PCE report preview
The April personal consumption expenditure report is due on Tuesday, May 30 at 8:30 am ET (1230 GMT). The report has some important numbers on personal income and personal spending but it's also the Fed's preferred measure of inflation -- the PCE deflator. The recent downtick in prices has caught the Fed off guard and threatens to derail a June 14 FOMC hike. That's why Tuesday's report is so huge.
Here are three things to watch for:
1) Core PCE y/y
The Fed's mandate is to manage all inflation but core is what it watches most closely because it strips out superfluous and one-off skews to show the broader trend. The core year-over-year reading was gently accelerating in 2016 and through the start of 2017 but in March it rolled over. Another low reading in April will give the Fed plenty to think about.
The consensus estimate is 1.5%.
2) Core PCE m/m
A weakness of year-over-year inflation numbers is they can be skewed by revisions and the drop-off from skews in the prior year. That's why the month-over-month numbers are also critical. In March, core prices fell 0.1% (or 0.14% rounded to second decimal). The Fed wants to see at least 0.2% price growth each month.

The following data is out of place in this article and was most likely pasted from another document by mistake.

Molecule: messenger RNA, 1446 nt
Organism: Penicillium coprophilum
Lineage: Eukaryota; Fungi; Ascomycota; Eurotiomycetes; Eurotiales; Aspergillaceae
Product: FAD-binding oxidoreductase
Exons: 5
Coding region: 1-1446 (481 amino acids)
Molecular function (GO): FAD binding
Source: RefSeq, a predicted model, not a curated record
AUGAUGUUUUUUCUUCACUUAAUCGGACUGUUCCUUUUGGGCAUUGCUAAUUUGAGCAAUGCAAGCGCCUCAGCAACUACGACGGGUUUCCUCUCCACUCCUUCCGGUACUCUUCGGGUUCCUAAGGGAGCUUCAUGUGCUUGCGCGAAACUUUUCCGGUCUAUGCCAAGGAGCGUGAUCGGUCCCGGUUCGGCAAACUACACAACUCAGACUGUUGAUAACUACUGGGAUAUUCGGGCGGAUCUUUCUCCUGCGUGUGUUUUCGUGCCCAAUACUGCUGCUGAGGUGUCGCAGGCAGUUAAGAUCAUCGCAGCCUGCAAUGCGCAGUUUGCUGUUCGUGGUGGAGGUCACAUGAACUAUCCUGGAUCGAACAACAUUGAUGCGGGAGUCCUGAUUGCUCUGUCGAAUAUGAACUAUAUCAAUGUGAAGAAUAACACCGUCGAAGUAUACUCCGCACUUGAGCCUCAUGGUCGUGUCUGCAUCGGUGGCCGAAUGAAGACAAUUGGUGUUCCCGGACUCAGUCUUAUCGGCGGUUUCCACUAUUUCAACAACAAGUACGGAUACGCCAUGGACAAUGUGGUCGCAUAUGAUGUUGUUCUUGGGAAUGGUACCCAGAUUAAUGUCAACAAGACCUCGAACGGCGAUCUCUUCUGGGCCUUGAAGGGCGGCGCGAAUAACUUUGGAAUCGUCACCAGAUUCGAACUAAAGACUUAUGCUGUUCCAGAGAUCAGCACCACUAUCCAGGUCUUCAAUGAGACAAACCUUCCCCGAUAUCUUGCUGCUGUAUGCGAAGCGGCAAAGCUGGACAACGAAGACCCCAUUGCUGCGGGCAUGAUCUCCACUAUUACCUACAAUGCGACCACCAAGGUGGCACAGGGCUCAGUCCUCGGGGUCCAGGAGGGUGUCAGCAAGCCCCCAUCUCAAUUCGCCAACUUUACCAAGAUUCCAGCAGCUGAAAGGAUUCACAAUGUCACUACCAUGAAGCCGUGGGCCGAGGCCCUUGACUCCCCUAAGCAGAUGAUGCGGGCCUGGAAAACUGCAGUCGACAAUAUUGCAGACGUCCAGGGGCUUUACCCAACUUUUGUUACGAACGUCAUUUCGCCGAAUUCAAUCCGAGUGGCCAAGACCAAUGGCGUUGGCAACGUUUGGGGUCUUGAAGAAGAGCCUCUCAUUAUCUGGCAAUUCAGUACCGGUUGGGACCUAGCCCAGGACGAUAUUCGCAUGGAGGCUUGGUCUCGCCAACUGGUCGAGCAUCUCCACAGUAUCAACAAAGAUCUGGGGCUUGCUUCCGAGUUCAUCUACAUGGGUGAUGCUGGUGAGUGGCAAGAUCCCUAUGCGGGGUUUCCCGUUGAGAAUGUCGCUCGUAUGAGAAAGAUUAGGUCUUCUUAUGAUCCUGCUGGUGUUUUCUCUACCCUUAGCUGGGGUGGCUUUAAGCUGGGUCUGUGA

The consensus is +0.1%.
The Fed, the White House and almost everyone else wants to see US wage growth. It's been elusive since the crisis as offshoring, technology, the decline of organized labor, regulation, healthcare costs and a multitude of other factors keep pay low.
Until it appears, there is no real pressure on the Fed to hike. The rate moves so far have been about taking a bit of risk out of the system, creating some breathing room and getting ahead of potential wage inflation. But what if that inflation never comes? It's a legitimate worry.
The consensus estimate is for a health +0.4% m/m rise in April after a +0.2% rise in March.